Hemts, thz detectors, plasmonic


Plasmons can be generated in the two dimensional electron gas (2DEG) of grating-gated high electron mobility transistors (HEMTs). The grating-gate serves dual purposes, namely to provide the required wavevector to compensate for the momentum mismatch between the free-space radiation and 2D-plasmons, and to tune the 2DEG sheet charge density. Since the plasmon frequency at a given wavevector depends on the sheet charge density, a gate bias can shift the plasmon resonance. In some cases, plasmon generation results in a resonant change in channel conductance which allows a properly designed grating-gated HEMT to be used as a voltage-tunable resonant detector or filter. Such devices may find applications as chip-scale tunable detectors in airborne multispectral detection and target tracking. Reported here are investigations of InGaAs/InP-based HEMT devices for potential tunable resonant sub-THz and THz detectors. The HEMTs were fabricated from a commercial double-quantum well HEMT wafer by depositing source, drain, and semi-transparent gate contacts using standard photolithography processes. Devices were fabricated with metalized transmission gratings with multiple periods and duty cycles. For sub-THz devices, grating period and duty cycle were chosen to be 9 ?m and 22%, respectively; while they were chosen to be 0.5 ?m and 80% for the THz device. The gratings were fabricated on top of the gate region with dimensions of 250 ?m x 195 ?m. The resonant photoresponse of the larger grating-period HEMT was investigated in the sub-THz frequency range of around 100 GHz. The free space radiation was generated by an ultra-stable Backward Wave Oscillator (BWO) and utilized in either frequency modulation (FM), or amplitude modulation (AM) experiments. The photoresponse was measured at 4K sample temperature as the voltage drop across a load resistor connected to the drain while constant source-drain voltages of different values, VSD, were applied. The dependence of such optoelectrical effect to polarization of the incident light, and applied VSD is studied. The results of AM and FM measurements are compared and found to be in agreement with the calculations of the 2D-plasmon absorption theory, however, a nonlinear behavior is observed in the amplitude and the line-shape of the photoresponse for AM experiments. For detection application, the minimum noise-equivalent-power (NEP) of the detector was determined to be 235 and 113 pW/Hz1/2 for FM and AM experiments, respectively. The maximum responsivity of the detector was also estimated to be ~ 200 V/W for the two experiments. The far-IR transmission spectra of the device with nanometer scale period was measured at 4 K sample temperature for different applied gate voltages to investigate the excitation of 2D-plasmon modes. Such plasmon resonances were observed, but their gate bias dependence agreed poorly with expectations.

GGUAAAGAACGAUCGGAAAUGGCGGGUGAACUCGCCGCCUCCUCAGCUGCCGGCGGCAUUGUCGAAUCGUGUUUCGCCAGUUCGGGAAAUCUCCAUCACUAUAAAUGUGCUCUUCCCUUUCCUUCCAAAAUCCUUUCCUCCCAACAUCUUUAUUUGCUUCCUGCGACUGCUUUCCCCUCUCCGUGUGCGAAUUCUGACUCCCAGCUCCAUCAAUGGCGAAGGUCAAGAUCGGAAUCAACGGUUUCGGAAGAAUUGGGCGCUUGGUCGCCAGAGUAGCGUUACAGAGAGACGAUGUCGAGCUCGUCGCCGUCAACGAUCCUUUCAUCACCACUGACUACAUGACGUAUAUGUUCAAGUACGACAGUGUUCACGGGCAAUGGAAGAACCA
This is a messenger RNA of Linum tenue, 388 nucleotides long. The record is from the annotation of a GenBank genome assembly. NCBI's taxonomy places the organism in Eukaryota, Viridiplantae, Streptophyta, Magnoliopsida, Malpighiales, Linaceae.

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Graduation Date





Peale, Robert


Doctor of Philosophy (Ph.D.)


College of Sciences



Degree Program









Release Date

August 2014

Length of Campus-only Access


Access Status

Doctoral Dissertation (Open Access)


Dissertations, Academic -- Sciences; Sciences -- Dissertations, Academic

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Physics Commons